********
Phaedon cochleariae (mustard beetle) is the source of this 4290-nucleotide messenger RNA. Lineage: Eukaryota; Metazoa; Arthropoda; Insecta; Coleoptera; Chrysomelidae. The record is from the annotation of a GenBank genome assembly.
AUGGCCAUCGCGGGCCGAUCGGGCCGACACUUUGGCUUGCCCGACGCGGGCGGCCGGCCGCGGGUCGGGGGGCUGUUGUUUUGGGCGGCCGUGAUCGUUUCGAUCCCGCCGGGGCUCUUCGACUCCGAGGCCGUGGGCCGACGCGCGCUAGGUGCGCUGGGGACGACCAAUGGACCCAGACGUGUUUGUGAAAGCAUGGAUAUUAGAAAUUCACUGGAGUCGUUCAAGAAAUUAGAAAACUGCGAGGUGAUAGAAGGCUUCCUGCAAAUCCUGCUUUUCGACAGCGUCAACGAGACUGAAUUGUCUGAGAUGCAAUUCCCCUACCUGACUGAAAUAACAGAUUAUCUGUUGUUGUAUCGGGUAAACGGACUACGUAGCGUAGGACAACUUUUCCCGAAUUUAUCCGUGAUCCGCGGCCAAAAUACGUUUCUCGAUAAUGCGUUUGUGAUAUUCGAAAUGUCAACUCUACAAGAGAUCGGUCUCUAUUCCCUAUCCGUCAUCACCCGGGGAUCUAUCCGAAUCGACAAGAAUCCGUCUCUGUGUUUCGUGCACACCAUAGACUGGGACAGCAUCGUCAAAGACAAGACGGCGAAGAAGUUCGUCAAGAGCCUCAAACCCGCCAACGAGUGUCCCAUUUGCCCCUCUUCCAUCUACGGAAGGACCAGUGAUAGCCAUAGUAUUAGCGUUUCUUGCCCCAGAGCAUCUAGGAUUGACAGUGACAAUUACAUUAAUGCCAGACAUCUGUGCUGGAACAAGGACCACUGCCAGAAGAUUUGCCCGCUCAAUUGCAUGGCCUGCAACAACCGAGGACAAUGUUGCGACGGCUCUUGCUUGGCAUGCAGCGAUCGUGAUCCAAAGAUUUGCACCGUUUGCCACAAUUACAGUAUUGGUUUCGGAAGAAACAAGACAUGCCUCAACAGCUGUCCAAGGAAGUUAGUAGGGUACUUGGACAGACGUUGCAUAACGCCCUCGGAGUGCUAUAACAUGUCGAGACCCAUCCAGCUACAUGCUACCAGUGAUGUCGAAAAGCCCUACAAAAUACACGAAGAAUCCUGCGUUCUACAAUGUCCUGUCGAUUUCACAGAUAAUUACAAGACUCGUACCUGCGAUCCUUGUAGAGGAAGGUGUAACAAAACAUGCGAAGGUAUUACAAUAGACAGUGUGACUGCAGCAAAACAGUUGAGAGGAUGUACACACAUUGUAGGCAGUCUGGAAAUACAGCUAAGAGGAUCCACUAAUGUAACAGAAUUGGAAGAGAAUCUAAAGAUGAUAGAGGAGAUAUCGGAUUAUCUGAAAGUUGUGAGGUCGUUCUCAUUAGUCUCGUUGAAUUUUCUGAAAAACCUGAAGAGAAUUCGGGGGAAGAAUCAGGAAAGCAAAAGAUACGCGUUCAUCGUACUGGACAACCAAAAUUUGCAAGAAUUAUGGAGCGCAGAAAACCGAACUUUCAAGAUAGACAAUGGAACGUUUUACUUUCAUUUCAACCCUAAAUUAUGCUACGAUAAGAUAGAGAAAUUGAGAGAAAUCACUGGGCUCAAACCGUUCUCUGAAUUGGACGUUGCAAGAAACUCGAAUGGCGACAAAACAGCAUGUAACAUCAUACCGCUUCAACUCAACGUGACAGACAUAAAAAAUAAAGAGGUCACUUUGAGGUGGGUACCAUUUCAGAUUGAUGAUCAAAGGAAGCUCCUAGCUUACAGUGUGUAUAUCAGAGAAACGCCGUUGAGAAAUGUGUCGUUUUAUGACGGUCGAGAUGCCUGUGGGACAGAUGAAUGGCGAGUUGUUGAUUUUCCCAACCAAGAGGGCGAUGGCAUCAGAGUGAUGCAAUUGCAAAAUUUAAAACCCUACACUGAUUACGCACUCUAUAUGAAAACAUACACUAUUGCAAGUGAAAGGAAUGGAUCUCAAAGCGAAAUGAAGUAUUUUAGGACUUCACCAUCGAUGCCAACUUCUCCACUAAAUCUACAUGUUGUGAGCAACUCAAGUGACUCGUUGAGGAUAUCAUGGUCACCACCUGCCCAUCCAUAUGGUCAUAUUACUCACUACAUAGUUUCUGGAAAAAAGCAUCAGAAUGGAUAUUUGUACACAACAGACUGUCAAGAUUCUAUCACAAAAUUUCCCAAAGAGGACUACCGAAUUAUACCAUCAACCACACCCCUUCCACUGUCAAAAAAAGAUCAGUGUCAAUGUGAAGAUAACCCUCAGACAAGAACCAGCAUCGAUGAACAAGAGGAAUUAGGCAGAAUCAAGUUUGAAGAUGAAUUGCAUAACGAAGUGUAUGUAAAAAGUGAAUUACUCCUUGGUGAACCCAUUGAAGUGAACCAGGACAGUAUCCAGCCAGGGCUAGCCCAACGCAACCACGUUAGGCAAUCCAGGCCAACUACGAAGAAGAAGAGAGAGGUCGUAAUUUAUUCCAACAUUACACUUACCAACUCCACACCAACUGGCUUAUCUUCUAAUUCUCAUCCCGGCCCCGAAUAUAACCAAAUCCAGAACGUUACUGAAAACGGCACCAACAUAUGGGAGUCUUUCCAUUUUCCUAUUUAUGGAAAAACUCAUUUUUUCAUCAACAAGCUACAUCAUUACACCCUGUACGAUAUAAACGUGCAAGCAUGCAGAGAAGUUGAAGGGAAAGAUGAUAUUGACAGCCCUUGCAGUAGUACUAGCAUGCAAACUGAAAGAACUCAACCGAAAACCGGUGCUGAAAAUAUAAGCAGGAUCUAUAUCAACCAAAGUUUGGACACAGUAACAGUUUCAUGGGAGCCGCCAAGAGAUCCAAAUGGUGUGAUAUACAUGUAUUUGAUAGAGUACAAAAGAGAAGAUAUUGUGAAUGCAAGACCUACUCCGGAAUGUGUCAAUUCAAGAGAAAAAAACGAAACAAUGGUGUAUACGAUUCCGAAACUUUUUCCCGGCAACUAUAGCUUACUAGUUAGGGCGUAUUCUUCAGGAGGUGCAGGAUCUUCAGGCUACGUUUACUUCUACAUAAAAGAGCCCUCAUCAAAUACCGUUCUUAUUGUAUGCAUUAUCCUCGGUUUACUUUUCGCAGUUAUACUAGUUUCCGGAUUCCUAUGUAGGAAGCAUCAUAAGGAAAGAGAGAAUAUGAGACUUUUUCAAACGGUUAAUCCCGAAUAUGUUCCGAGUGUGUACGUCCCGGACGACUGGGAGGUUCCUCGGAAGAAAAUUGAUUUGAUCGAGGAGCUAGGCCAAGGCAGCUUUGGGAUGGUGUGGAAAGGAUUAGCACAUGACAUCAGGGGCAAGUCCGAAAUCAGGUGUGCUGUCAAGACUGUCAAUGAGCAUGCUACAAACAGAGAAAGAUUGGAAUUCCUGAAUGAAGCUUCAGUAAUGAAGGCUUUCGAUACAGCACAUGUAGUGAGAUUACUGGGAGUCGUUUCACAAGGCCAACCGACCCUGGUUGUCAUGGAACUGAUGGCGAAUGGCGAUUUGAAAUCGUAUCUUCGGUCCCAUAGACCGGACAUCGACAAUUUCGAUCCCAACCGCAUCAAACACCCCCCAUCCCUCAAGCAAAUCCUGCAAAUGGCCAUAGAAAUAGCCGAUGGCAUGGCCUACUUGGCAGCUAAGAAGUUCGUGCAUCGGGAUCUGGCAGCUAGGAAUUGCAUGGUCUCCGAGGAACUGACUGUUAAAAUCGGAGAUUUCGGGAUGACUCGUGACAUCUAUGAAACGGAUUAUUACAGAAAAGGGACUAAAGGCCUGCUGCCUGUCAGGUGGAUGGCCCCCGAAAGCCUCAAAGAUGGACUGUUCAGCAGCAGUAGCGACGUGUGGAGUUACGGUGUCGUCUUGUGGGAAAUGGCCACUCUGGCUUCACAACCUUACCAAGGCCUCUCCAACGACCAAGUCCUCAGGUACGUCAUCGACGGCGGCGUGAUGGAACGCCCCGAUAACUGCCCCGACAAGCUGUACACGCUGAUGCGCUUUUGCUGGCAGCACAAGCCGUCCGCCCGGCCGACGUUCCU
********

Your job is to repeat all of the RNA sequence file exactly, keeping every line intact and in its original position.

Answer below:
Phaedon cochleariae (mustard beetle) is the source of this 4290-nucleotide messenger RNA. Lineage: Eukaryota; Metazoa; Arthropoda; Insecta; Coleoptera; Chrysomelidae. The record is from the annotation of a GenBank genome assembly.
AUGGCCAUCGCGGGCCGAUCGGGCCGACACUUUGGCUUGCCCGACGCGGGCGGCCGGCCGCGGGUCGGGGGGCUGUUGUUUUGGGCGGCCGUGAUCGUUUCGAUCCCGCCGGGGCUCUUCGACUCCGAGGCCGUGGGCCGACGCGCGCUAGGUGCGCUGGGGACGACCAAUGGACCCAGACGUGUUUGUGAAAGCAUGGAUAUUAGAAAUUCACUGGAGUCGUUCAAGAAAUUAGAAAACUGCGAGGUGAUAGAAGGCUUCCUGCAAAUCCUGCUUUUCGACAGCGUCAACGAGACUGAAUUGUCUGAGAUGCAAUUCCCCUACCUGACUGAAAUAACAGAUUAUCUGUUGUUGUAUCGGGUAAACGGACUACGUAGCGUAGGACAACUUUUCCCGAAUUUAUCCGUGAUCCGCGGCCAAAAUACGUUUCUCGAUAAUGCGUUUGUGAUAUUCGAAAUGUCAACUCUACAAGAGAUCGGUCUCUAUUCCCUAUCCGUCAUCACCCGGGGAUCUAUCCGAAUCGACAAGAAUCCGUCUCUGUGUUUCGUGCACACCAUAGACUGGGACAGCAUCGUCAAAGACAAGACGGCGAAGAAGUUCGUCAAGAGCCUCAAACCCGCCAACGAGUGUCCCAUUUGCCCCUCUUCCAUCUACGGAAGGACCAGUGAUAGCCAUAGUAUUAGCGUUUCUUGCCCCAGAGCAUCUAGGAUUGACAGUGACAAUUACAUUAAUGCCAGACAUCUGUGCUGGAACAAGGACCACUGCCAGAAGAUUUGCCCGCUCAAUUGCAUGGCCUGCAACAACCGAGGACAAUGUUGCGACGGCUCUUGCUUGGCAUGCAGCGAUCGUGAUCCAAAGAUUUGCACCGUUUGCCACAAUUACAGUAUUGGUUUCGGAAGAAACAAGACAUGCCUCAACAGCUGUCCAAGGAAGUUAGUAGGGUACUUGGACAGACGUUGCAUAACGCCCUCGGAGUGCUAUAACAUGUCGAGACCCAUCCAGCUACAUGCUACCAGUGAUGUCGAAAAGCCCUACAAAAUACACGAAGAAUCCUGCGUUCUACAAUGUCCUGUCGAUUUCACAGAUAAUUACAAGACUCGUACCUGCGAUCCUUGUAGAGGAAGGUGUAACAAAACAUGCGAAGGUAUUACAAUAGACAGUGUGACUGCAGCAAAACAGUUGAGAGGAUGUACACACAUUGUAGGCAGUCUGGAAAUACAGCUAAGAGGAUCCACUAAUGUAACAGAAUUGGAAGAGAAUCUAAAGAUGAUAGAGGAGAUAUCGGAUUAUCUGAAAGUUGUGAGGUCGUUCUCAUUAGUCUCGUUGAAUUUUCUGAAAAACCUGAAGAGAAUUCGGGGGAAGAAUCAGGAAAGCAAAAGAUACGCGUUCAUCGUACUGGACAACCAAAAUUUGCAAGAAUUAUGGAGCGCAGAAAACCGAACUUUCAAGAUAGACAAUGGAACGUUUUACUUUCAUUUCAACCCUAAAUUAUGCUACGAUAAGAUAGAGAAAUUGAGAGAAAUCACUGGGCUCAAACCGUUCUCUGAAUUGGACGUUGCAAGAAACUCGAAUGGCGACAAAACAGCAUGUAACAUCAUACCGCUUCAACUCAACGUGACAGACAUAAAAAAUAAAGAGGUCACUUUGAGGUGGGUACCAUUUCAGAUUGAUGAUCAAAGGAAGCUCCUAGCUUACAGUGUGUAUAUCAGAGAAACGCCGUUGAGAAAUGUGUCGUUUUAUGACGGUCGAGAUGCCUGUGGGACAGAUGAAUGGCGAGUUGUUGAUUUUCCCAACCAAGAGGGCGAUGGCAUCAGAGUGAUGCAAUUGCAAAAUUUAAAACCCUACACUGAUUACGCACUCUAUAUGAAAACAUACACUAUUGCAAGUGAAAGGAAUGGAUCUCAAAGCGAAAUGAAGUAUUUUAGGACUUCACCAUCGAUGCCAACUUCUCCACUAAAUCUACAUGUUGUGAGCAACUCAAGUGACUCGUUGAGGAUAUCAUGGUCACCACCUGCCCAUCCAUAUGGUCAUAUUACUCACUACAUAGUUUCUGGAAAAAAGCAUCAGAAUGGAUAUUUGUACACAACAGACUGUCAAGAUUCUAUCACAAAAUUUCCCAAAGAGGACUACCGAAUUAUACCAUCAACCACACCCCUUCCACUGUCAAAAAAAGAUCAGUGUCAAUGUGAAGAUAACCCUCAGACAAGAACCAGCAUCGAUGAACAAGAGGAAUUAGGCAGAAUCAAGUUUGAAGAUGAAUUGCAUAACGAAGUGUAUGUAAAAAGUGAAUUACUCCUUGGUGAACCCAUUGAAGUGAACCAGGACAGUAUCCAGCCAGGGCUAGCCCAACGCAACCACGUUAGGCAAUCCAGGCCAACUACGAAGAAGAAGAGAGAGGUCGUAAUUUAUUCCAACAUUACACUUACCAACUCCACACCAACUGGCUUAUCUUCUAAUUCUCAUCCCGGCCCCGAAUAUAACCAAAUCCAGAACGUUACUGAAAACGGCACCAACAUAUGGGAGUCUUUCCAUUUUCCUAUUUAUGGAAAAACUCAUUUUUUCAUCAACAAGCUACAUCAUUACACCCUGUACGAUAUAAACGUGCAAGCAUGCAGAGAAGUUGAAGGGAAAGAUGAUAUUGACAGCCCUUGCAGUAGUACUAGCAUGCAAACUGAAAGAACUCAACCGAAAACCGGUGCUGAAAAUAUAAGCAGGAUCUAUAUCAACCAAAGUUUGGACACAGUAACAGUUUCAUGGGAGCCGCCAAGAGAUCCAAAUGGUGUGAUAUACAUGUAUUUGAUAGAGUACAAAAGAGAAGAUAUUGUGAAUGCAAGACCUACUCCGGAAUGUGUCAAUUCAAGAGAAAAAAACGAAACAAUGGUGUAUACGAUUCCGAAACUUUUUCCCGGCAACUAUAGCUUACUAGUUAGGGCGUAUUCUUCAGGAGGUGCAGGAUCUUCAGGCUACGUUUACUUCUACAUAAAAGAGCCCUCAUCAAAUACCGUUCUUAUUGUAUGCAUUAUCCUCGGUUUACUUUUCGCAGUUAUACUAGUUUCCGGAUUCCUAUGUAGGAAGCAUCAUAAGGAAAGAGAGAAUAUGAGACUUUUUCAAACGGUUAAUCCCGAAUAUGUUCCGAGUGUGUACGUCCCGGACGACUGGGAGGUUCCUCGGAAGAAAAUUGAUUUGAUCGAGGAGCUAGGCCAAGGCAGCUUUGGGAUGGUGUGGAAAGGAUUAGCACAUGACAUCAGGGGCAAGUCCGAAAUCAGGUGUGCUGUCAAGACUGUCAAUGAGCAUGCUACAAACAGAGAAAGAUUGGAAUUCCUGAAUGAAGCUUCAGUAAUGAAGGCUUUCGAUACAGCACAUGUAGUGAGAUUACUGGGAGUCGUUUCACAAGGCCAACCGACCCUGGUUGUCAUGGAACUGAUGGCGAAUGGCGAUUUGAAAUCGUAUCUUCGGUCCCAUAGACCGGACAUCGACAAUUUCGAUCCCAACCGCAUCAAACACCCCCCAUCCCUCAAGCAAAUCCUGCAAAUGGCCAUAGAAAUAGCCGAUGGCAUGGCCUACUUGGCAGCUAAGAAGUUCGUGCAUCGGGAUCUGGCAGCUAGGAAUUGCAUGGUCUCCGAGGAACUGACUGUUAAAAUCGGAGAUUUCGGGAUGACUCGUGACAUCUAUGAAACGGAUUAUUACAGAAAAGGGACUAAAGGCCUGCUGCCUGUCAGGUGGAUGGCCCCCGAAAGCCUCAAAGAUGGACUGUUCAGCAGCAGUAGCGACGUGUGGAGUUACGGUGUCGUCUUGUGGGAAAUGGCCACUCUGGCUUCACAACCUUACCAAGGCCUCUCCAACGACCAAGUCCUCAGGUACGUCAUCGACGGCGGCGUGAUGGAACGCCCCGAUAACUGCCCCGACAAGCUGUACACGCUGAUGCGCUUUUGCUGGCAGCACAAGCCGUCCGCCCGGCCGACGUUCCU